PhD opportunity: Water, Climate and Development: Google Earth Engine

This PhD will bring together Earth observation, GEE processing and data analytics.  To find out more and apply click here.

Earth observation: The applicant will develop or optimise algorithms for the retrieval of water quality (focusing initially on chlorophyll-a) and water quantity parameters in water bodies identified by GEO Aquawatch and World Bank Group. Algorithm development will be based on optical water type frameworks (Spyrakos et al. 2018) or/and data driven approaches (Spyrakos et al. 2011). Ground data, for the development and validation of the models in these water systems, will be provided by initiatives led by USTIR such as Limnades ( and Aquawatch ( Both Sentinel 2 and LandSat satellites will be exploited to retrieve water constituents. Simulated (Hydrolight) spectra will also be generated to fill gaps in the in situ data record, to contribute to algorithm development and uncertainty characterisation.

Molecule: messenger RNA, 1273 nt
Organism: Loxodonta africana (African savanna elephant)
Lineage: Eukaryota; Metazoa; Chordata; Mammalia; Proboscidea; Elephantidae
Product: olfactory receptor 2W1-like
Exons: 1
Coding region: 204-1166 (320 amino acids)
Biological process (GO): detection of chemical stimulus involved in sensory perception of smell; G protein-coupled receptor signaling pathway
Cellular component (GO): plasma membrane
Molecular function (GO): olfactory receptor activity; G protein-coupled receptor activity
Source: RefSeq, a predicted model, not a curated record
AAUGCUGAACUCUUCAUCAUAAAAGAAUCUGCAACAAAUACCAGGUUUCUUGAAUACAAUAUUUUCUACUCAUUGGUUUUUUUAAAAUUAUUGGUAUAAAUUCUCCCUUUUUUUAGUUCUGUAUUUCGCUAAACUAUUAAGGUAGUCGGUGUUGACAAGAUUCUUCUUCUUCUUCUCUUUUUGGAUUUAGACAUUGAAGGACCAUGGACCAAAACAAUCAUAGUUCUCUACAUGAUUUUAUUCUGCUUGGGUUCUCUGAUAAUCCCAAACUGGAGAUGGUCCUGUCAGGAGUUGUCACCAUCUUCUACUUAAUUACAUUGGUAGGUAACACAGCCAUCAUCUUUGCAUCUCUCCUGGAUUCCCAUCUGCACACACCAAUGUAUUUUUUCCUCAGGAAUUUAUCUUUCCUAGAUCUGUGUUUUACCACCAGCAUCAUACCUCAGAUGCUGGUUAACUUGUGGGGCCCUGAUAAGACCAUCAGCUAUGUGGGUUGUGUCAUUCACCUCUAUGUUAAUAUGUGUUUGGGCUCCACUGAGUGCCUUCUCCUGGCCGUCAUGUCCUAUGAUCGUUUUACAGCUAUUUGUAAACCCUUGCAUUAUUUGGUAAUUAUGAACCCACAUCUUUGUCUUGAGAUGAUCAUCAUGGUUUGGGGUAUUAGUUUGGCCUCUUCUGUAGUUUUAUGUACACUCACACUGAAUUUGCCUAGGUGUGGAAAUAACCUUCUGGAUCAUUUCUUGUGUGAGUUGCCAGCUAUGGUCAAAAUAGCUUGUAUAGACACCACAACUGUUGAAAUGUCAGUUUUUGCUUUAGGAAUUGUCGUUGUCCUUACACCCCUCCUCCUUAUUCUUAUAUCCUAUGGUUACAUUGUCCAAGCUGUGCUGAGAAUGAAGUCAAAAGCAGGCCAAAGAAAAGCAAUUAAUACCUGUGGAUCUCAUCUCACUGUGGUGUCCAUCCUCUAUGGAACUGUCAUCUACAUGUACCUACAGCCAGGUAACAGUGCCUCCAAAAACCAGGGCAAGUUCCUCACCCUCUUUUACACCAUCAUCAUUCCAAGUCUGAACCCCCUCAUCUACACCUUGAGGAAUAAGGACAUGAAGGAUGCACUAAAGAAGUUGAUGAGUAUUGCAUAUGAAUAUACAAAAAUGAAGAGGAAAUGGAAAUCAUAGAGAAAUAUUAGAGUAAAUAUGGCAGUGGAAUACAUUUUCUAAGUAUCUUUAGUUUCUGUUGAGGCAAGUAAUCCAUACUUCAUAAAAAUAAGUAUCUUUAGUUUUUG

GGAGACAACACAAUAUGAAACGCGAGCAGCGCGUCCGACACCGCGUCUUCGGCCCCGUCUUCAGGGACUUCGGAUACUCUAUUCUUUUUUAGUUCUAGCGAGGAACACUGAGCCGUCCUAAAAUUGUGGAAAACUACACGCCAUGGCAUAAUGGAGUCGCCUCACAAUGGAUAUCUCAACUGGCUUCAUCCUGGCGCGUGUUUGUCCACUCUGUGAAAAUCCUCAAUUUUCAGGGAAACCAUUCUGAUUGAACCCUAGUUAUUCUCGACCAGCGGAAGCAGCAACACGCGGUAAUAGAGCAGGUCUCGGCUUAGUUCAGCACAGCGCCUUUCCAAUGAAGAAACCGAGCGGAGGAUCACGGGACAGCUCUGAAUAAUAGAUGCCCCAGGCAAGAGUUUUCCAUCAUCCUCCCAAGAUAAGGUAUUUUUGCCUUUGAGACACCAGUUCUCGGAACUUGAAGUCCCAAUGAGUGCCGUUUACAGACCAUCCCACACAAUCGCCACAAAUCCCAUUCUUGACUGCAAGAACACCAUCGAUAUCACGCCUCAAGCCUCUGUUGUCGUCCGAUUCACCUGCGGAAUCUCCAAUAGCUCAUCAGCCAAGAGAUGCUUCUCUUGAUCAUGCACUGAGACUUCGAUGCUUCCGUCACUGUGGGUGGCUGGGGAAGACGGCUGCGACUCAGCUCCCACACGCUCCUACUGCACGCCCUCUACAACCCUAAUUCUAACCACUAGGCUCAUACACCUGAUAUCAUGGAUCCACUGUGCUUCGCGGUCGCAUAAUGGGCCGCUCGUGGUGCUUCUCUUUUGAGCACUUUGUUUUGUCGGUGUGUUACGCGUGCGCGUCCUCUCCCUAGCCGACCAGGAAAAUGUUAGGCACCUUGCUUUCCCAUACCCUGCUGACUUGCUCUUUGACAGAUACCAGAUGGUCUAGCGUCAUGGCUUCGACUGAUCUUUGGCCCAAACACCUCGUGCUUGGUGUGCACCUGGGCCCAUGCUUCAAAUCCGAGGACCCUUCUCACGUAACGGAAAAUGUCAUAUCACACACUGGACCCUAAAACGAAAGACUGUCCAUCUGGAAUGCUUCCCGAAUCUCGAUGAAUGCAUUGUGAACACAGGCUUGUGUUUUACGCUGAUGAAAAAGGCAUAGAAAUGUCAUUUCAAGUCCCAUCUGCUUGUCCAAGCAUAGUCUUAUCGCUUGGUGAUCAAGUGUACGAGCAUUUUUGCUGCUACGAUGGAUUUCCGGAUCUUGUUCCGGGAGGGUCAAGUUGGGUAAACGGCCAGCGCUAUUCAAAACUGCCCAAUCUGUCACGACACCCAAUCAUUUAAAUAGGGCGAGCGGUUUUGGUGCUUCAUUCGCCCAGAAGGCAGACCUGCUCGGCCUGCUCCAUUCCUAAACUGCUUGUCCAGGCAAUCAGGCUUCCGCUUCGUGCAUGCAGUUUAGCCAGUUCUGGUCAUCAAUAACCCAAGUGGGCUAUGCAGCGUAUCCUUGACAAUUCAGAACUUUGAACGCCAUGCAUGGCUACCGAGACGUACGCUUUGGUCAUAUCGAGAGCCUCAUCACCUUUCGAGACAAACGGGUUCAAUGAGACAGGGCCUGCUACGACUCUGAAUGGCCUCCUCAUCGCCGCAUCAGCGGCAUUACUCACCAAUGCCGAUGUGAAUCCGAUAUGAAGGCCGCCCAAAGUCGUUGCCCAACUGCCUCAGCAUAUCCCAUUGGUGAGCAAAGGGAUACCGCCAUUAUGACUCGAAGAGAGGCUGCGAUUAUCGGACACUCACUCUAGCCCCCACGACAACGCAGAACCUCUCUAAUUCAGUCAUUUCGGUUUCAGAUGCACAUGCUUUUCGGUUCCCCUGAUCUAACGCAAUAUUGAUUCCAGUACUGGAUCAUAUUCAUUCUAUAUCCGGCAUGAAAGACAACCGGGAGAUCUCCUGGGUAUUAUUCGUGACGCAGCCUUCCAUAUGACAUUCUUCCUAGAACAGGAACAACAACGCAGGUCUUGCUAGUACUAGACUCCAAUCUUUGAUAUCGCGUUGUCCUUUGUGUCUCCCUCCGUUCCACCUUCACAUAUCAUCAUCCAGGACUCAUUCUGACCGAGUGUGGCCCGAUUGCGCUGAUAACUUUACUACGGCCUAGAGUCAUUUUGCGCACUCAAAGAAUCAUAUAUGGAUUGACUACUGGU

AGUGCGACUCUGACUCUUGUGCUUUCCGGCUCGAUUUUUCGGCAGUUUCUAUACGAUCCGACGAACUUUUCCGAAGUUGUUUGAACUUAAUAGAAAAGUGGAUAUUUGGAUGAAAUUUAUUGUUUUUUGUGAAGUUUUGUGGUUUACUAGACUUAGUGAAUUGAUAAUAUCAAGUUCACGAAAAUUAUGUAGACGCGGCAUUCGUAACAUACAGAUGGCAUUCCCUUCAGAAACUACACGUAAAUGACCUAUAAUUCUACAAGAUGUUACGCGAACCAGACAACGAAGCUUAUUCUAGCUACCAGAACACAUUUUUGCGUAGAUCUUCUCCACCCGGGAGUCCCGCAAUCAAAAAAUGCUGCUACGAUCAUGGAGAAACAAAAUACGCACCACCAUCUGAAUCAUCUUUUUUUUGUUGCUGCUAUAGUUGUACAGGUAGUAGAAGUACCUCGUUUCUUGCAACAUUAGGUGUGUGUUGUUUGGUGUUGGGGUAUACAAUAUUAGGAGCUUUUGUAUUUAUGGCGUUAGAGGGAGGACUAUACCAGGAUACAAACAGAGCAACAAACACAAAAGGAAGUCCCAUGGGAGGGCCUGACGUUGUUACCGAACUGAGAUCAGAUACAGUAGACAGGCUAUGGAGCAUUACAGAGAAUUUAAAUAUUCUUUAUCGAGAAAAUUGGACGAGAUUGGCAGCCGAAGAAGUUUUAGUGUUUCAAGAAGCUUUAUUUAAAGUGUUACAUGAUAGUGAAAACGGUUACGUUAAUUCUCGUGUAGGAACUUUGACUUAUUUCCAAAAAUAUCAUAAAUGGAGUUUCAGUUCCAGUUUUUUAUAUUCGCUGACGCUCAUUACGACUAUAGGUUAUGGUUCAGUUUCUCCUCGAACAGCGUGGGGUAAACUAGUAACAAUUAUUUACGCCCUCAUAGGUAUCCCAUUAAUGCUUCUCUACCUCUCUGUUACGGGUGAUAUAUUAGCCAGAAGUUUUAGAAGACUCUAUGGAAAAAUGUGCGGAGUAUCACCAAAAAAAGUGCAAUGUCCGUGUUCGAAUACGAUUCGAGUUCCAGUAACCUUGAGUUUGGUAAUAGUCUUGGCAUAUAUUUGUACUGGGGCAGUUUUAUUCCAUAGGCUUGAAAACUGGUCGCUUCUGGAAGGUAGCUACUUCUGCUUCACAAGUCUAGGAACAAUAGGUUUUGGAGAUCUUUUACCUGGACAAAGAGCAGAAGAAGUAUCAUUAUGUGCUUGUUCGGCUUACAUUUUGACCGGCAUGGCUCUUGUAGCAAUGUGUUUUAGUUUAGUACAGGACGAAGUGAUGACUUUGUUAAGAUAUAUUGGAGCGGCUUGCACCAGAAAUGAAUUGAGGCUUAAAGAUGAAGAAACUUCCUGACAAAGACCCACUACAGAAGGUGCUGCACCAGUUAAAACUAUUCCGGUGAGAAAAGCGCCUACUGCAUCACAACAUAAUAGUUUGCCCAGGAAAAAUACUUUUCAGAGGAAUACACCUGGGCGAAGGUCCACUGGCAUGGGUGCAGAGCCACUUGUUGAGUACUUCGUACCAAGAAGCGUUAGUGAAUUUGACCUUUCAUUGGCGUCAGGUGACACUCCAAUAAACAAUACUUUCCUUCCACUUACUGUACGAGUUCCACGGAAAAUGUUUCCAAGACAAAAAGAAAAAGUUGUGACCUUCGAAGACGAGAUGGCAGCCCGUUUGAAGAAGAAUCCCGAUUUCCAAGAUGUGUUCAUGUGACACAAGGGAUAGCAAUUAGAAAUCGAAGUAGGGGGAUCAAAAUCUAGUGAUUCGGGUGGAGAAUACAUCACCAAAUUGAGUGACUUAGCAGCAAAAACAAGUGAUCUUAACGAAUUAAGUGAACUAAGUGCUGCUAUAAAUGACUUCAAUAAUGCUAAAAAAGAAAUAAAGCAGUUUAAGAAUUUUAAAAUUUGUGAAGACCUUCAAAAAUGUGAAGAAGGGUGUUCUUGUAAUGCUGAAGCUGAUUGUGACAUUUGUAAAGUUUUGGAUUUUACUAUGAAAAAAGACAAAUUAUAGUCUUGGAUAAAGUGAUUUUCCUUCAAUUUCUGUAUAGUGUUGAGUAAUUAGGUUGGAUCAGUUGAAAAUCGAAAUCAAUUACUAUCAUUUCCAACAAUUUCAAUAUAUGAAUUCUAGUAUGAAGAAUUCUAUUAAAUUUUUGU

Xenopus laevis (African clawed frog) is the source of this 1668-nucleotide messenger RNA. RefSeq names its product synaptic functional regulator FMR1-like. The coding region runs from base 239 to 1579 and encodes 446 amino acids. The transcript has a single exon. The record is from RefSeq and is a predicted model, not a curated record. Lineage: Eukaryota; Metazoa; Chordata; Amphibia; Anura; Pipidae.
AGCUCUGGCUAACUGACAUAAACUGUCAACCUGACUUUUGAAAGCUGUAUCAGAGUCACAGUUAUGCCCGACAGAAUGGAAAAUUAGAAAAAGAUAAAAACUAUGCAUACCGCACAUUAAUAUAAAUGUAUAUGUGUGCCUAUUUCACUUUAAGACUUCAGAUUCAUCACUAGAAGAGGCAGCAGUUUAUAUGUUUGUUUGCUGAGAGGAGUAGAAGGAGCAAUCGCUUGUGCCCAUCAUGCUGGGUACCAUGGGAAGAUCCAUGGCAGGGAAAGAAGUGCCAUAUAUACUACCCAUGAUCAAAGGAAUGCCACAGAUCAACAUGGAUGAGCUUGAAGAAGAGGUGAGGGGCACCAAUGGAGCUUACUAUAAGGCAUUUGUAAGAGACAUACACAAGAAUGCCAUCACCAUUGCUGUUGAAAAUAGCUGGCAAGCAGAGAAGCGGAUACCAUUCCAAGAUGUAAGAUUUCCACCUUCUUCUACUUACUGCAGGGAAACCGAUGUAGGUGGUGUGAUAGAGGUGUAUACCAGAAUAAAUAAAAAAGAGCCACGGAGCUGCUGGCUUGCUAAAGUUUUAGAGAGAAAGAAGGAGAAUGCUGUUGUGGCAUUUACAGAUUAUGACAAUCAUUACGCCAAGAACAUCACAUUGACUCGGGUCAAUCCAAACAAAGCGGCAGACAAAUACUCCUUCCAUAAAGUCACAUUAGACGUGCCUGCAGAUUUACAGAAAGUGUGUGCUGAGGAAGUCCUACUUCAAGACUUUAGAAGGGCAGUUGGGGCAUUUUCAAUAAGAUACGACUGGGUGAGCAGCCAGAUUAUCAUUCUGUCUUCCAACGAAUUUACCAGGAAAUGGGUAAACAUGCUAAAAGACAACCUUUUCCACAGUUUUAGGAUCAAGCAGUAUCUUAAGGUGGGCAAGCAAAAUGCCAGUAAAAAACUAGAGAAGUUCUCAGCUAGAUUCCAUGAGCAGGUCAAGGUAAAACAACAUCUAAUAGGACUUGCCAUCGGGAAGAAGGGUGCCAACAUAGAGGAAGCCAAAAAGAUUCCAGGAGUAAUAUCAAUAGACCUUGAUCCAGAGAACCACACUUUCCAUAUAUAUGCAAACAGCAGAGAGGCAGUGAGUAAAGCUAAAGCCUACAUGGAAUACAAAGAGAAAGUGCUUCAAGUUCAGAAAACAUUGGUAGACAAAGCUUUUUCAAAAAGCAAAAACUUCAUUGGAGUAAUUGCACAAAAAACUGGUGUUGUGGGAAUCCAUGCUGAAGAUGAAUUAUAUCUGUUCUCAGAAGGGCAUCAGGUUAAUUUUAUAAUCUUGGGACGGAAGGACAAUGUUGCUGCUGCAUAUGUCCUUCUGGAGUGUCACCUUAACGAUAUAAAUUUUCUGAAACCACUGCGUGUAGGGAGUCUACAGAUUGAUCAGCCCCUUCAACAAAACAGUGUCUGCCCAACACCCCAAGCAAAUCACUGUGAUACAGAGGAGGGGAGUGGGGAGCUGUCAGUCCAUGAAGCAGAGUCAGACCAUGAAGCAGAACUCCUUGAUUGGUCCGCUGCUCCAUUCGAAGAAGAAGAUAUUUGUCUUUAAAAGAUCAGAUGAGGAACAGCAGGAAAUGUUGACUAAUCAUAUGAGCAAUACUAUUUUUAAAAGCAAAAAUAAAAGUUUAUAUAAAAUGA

GEE: GEE will be used to process large volume of remotely sense data. These will include water quality and quantity parameters but also available data of land cover, catchment and climatic variables. GEE will make it easier to build inventories with high spatial and temporal resolutions, since processing of the often large remote sensing data can be performed in the cloud. It also allows for reanalysis of the data to build climatology.
Data analytics: Innovative tools in environmental data analytics including functional data analysis will be investigated and applied for temporal trend (O’Donnel et al., 2015) and climatology. These data analytics approaches will be applied (and developed) in the R software environment. Non-parametric time series analysis will be used to identify the presence and strength of key underlying long-term patterns in the EO data. Where relevant this analysis will be developed to account for autocorrelation, identify change points and explore patterns beyond the mean, modelling quantiles to assess if changes over time are constant across all levels of the variables of interest.

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